So there you have it, my top seven productivity tools and resources.

What are your top tools and resources for enhancing productivity? What could you not be without?

Also, to help shape my workshop, what issues would you love to see covered in training on productivity and time management for Volunteer Managers? I’d really value your input.
Over to you.

Tuesday, 28 June 2016

Are we youth obsessed?

In May the UK government published new draft policy directions for the Big Lottery Fund and opened a consultation[1] on their proposals.

Michael Birtwistle at NCVO has provided a good analysis of the proposals and what they mean that is worth spending a few minutes reading.

As Michael outlines, one of the draft priorities is, “engaging young people in volunteering and supporting youth sector infrastructure”. This is what I said in response to his article:

“Sigh. Why is engaging young people in volunteering a priority? Everybody is doing this. NCS has £1.2billion to do this. vinspired had £millions for this under Labour. Don’t get me wrong, I have no problem encouraging young people to volunteer. But they are a small proportion of our population. What about the huge numbers of baby boomers? What about Generation X? Where is the funding to engage them more in giving time as volunteers? Perhaps the assumption is that they’ll give just like their parents did? In which case a brief read of the final report from the Commission on the Voluntary Sector and Ageing is worth a read. For once it would be nice to see a major funder or a high profile combine breaking away from our national youth obsession and realising that there are millions of others who do and could give time that would welcome more support.”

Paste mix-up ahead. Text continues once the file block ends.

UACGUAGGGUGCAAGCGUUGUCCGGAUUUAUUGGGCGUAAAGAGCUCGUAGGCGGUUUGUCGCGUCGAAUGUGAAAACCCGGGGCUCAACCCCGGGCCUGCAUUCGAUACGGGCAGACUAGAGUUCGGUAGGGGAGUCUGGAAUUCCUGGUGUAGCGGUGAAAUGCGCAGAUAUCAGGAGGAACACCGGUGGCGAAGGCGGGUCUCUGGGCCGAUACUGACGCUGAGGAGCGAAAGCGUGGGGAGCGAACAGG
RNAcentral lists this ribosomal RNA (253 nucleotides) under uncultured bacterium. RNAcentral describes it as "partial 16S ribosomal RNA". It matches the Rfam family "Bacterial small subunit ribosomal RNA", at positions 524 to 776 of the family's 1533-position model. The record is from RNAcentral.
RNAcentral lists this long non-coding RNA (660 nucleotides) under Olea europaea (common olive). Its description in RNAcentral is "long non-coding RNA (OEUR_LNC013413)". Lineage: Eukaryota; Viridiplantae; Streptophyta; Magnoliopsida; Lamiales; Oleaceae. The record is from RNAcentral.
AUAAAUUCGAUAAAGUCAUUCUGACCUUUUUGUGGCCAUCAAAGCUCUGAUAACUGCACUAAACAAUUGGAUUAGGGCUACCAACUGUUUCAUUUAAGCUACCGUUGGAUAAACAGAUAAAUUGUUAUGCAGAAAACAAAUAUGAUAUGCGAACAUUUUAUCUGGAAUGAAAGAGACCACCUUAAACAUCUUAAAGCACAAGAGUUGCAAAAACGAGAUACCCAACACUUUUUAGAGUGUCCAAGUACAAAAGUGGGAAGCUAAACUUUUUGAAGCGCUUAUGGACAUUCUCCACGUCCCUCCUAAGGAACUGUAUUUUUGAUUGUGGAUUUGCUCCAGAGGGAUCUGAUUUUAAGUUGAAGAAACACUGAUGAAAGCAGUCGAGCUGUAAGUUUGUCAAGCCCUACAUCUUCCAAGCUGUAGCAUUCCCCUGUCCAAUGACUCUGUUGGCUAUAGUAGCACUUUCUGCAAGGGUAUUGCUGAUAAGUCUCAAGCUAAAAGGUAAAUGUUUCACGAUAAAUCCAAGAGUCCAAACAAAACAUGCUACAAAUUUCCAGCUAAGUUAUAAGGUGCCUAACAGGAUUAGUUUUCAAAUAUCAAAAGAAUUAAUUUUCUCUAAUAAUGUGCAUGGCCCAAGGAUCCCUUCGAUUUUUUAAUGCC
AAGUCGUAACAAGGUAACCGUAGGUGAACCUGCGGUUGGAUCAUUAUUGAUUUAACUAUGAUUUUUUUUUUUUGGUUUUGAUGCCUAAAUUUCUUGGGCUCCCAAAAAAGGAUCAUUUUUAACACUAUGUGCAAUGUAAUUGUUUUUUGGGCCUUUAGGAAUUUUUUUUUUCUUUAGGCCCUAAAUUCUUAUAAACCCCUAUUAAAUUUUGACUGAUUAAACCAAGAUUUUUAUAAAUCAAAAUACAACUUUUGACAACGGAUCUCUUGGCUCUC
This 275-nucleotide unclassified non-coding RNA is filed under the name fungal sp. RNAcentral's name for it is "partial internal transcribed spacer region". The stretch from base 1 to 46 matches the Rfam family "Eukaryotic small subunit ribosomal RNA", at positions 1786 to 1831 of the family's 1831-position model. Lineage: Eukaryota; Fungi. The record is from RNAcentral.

I make this point frequently when I speak on volunteering. Ever since the demise in 2003 of the failed Experience Corps initiative, little attention has been given and almost no funding provided on any significant scale to engage our huge baby boomer population in volunteering. Schemes like Volunteer Matters’ Retrired and Senior Volunteer Programme continue to do excellent work but the majority of effort and funding is directed at people under 30.

The aforementioned Commission on the Voluntary Sector and Ageing issued it’s final report fifteen months ago and little seems to have happened since.

So, I want to ask, what do you think?

Have we become youth obsessed when it comes to volunteering in the UK?

What should we be doing to engage with a wider demographic of people in volunteering? What are you doing right now?

How should funding and support be directed best to help organisations engage baby boomers and Generation X in volunteering?

Over to you.


  1. The consultation closes on 12 August.  ↩

Monday, 20 June 2016

Influencer marketing and volunteer recruitment

I am a regular reader of the Buffer Blog. Produced by social media scheduling company Buffer, the blog regularly shares practical, inspiring content about social media, a key marketing tool in our 21st century world.

Social media is a topic I train and write on regularly. It’s a subject I find many people who lead and manage volunteers can be uncertain about or even afraid of. Yet, whilst it won’t completely replace more traditional ways to promote volunteering in our organisations, it is an increasingly important way to reach out to people, and not just those under the age of 30 - some of the biggest growth in social networks like Facebook is from those aged 50 and above.

So I want to share with you an excellent recent Buffer blog post by Ash Read on Influencer Marketing.

Ash starts the blog post by arguing that marketing is essentially about the spread of ideas. In volunteering terms this means we want to spread that idea that people should volunteer for a given cause or organisation. This is what Ash says [with some contextualising for volunteering from me]: